7. Thank you so much for the advice and support Deven. I do need to do some more thorough documentation. I have kept track of the interventions and the behavioral challenges but probably need to do some more detailed documentation. The parents are aware that my perspective was not accurately reflected in the report although I have not put that into writing. I am concerned about the security of my job if I write how clearly I disagree with the report, although ethically I know that the record must stand corrected. I truly appreciate your time and expertise in this situation. I just want to do what is right for this little girl.

  8. As a school psychologist, I find the actions of the psych in your post unconscionable; they seem to violate pretty much every ethical code we have regarding advocacy for the rights of students with disabilities and the provision of services thereto.

    I can't add a whole lot that the other commenters haven't already said, but just know that we're not all out to deny services to students who clearly need them. Some (I'd like to believe most, but I may be naive) of us genuinely do try to do the right thing by our students.

  9. My heart goes out to you, this child, and this little girl. We all know that if she gets the appropriate services, she can and will improve. Unfortunately, schools try to save money at the expense of hurting children's lives and futures. I tend to agree that these parents need to threaten a lawsuit. Sometimes just a letter from a lawyer can make a difference. I would also look for a private school that offers better support. The school can sometimes pay for a placement in a better setting cheaper than they can pay for a legal defense of their stance. Is there such a placement in your area?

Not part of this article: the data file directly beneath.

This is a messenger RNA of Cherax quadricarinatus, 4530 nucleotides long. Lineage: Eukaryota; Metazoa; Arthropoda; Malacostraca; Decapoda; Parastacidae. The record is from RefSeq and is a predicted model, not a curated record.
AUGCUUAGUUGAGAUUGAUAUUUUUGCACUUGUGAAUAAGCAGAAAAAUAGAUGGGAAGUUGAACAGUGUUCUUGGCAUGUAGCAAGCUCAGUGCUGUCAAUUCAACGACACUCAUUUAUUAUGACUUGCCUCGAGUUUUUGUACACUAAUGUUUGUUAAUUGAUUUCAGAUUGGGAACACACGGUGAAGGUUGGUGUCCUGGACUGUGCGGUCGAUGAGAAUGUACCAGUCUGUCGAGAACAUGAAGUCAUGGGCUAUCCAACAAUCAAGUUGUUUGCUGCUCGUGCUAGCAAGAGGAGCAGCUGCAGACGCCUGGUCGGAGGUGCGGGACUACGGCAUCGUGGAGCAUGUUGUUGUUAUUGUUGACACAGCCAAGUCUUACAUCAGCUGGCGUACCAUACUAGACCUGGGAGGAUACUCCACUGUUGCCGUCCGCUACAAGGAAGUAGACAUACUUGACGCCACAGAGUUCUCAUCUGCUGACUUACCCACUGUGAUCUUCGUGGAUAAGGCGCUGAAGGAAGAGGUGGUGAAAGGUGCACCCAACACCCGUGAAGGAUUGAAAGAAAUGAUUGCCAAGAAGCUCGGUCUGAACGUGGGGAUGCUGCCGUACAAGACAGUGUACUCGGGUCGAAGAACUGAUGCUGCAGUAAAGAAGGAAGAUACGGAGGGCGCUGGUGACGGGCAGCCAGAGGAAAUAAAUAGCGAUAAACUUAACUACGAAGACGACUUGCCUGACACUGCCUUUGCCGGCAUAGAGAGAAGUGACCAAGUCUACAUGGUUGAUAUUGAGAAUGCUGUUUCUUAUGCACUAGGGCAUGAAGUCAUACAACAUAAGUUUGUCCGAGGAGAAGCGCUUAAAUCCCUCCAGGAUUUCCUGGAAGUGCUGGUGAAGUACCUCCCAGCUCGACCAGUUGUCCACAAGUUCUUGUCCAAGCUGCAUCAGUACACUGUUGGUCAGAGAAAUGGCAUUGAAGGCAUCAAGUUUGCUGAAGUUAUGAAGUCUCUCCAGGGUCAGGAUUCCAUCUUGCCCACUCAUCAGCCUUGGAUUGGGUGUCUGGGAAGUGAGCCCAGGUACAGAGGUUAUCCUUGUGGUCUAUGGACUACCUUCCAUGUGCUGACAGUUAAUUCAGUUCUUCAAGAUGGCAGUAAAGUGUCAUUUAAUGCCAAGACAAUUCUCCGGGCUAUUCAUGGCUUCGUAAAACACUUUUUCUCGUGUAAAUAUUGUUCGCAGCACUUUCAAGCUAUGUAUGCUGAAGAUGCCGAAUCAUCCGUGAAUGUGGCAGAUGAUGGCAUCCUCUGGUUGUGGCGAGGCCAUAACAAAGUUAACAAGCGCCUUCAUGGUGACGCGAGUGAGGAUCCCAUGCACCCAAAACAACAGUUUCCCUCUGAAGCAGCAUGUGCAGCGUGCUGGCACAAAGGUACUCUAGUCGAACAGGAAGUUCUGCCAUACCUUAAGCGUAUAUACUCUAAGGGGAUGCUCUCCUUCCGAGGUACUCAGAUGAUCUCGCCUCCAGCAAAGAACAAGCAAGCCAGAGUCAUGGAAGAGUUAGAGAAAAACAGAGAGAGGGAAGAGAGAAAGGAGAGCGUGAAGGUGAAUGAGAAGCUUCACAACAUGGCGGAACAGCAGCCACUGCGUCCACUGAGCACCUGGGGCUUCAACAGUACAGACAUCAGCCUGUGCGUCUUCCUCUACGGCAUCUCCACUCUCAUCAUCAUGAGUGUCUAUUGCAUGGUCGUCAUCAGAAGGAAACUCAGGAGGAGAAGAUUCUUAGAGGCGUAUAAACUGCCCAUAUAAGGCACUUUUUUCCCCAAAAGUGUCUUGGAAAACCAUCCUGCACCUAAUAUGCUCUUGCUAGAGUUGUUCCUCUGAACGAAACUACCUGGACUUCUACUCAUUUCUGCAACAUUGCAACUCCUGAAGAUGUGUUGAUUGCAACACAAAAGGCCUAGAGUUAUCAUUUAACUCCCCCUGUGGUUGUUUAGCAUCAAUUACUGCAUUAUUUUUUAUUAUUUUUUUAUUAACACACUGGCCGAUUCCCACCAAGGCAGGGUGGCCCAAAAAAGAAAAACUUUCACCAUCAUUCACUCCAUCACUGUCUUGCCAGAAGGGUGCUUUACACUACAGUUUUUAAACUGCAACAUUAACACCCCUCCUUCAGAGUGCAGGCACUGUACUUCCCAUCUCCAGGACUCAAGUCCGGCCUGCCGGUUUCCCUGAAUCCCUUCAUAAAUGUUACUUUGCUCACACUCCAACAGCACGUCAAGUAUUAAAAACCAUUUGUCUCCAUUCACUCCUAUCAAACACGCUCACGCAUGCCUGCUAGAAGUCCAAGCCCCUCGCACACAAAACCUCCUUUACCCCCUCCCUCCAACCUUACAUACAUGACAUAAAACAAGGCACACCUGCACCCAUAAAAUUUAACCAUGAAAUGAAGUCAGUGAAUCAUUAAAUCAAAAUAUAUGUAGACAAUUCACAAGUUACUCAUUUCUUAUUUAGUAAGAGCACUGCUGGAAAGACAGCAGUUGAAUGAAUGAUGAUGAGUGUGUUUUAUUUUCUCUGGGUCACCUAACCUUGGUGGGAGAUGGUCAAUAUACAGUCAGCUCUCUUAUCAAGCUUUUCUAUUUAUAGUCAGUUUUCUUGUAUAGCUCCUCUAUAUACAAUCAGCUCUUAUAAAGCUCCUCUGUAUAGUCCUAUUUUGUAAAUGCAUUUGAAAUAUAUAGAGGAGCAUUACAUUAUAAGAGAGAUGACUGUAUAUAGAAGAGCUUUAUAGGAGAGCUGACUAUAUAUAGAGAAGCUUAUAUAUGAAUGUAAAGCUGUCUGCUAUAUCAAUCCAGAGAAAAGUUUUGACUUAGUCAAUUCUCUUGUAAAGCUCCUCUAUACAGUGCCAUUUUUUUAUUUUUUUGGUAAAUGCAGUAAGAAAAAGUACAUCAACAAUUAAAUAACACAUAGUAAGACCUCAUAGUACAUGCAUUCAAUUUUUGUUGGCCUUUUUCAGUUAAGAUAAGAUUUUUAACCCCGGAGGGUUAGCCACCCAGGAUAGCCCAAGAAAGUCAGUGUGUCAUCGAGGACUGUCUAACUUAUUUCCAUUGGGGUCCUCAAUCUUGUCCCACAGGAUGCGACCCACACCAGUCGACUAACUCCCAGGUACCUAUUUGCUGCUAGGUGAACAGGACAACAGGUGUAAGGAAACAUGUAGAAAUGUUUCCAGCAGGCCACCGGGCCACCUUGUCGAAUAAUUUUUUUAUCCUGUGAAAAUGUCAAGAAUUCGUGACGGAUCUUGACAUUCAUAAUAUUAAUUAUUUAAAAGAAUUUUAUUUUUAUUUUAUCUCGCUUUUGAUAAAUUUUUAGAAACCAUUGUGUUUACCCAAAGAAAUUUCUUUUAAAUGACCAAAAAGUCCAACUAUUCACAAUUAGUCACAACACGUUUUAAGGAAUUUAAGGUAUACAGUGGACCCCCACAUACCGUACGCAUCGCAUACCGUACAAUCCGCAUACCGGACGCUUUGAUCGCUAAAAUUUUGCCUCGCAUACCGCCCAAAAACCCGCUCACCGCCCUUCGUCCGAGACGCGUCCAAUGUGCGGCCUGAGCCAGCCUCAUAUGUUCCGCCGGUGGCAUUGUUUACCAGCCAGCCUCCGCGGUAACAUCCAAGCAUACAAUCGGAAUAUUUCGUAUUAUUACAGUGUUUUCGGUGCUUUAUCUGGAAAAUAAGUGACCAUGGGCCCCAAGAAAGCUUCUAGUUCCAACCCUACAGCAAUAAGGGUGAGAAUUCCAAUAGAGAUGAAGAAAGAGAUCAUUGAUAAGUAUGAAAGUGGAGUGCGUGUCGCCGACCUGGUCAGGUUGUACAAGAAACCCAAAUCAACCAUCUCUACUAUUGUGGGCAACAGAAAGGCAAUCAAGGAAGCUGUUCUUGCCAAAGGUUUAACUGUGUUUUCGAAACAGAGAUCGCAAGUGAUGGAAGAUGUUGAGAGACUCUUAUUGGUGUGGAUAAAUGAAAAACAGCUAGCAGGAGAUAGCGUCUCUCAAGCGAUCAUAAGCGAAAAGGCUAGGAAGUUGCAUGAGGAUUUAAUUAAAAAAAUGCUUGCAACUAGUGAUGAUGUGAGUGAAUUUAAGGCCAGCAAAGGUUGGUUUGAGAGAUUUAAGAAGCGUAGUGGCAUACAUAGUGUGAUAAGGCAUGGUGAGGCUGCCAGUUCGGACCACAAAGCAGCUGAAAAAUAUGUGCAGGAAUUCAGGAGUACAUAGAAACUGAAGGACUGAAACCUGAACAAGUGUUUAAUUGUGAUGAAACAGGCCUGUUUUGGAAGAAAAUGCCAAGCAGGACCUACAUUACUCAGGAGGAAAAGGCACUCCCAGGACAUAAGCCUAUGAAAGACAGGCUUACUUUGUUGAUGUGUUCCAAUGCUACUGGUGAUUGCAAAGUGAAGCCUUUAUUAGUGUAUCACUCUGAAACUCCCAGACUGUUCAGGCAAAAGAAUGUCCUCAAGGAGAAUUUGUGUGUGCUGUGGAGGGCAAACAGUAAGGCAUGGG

10. Thank you Damian, for your reply. I do not believe that all school psychologists are this way, don't worry! I worked in a district prior to where I work now where the school psychologist had to work under the same parameters but was able to work ethically and justify her decisions in a sound manner. I also understand that sometimes students are "over-referred" or that due to laws they don't fit into the criteria for special ed, but it's up to us as a team to support every child in his/her growth. Thanks so much!

  11. Livia,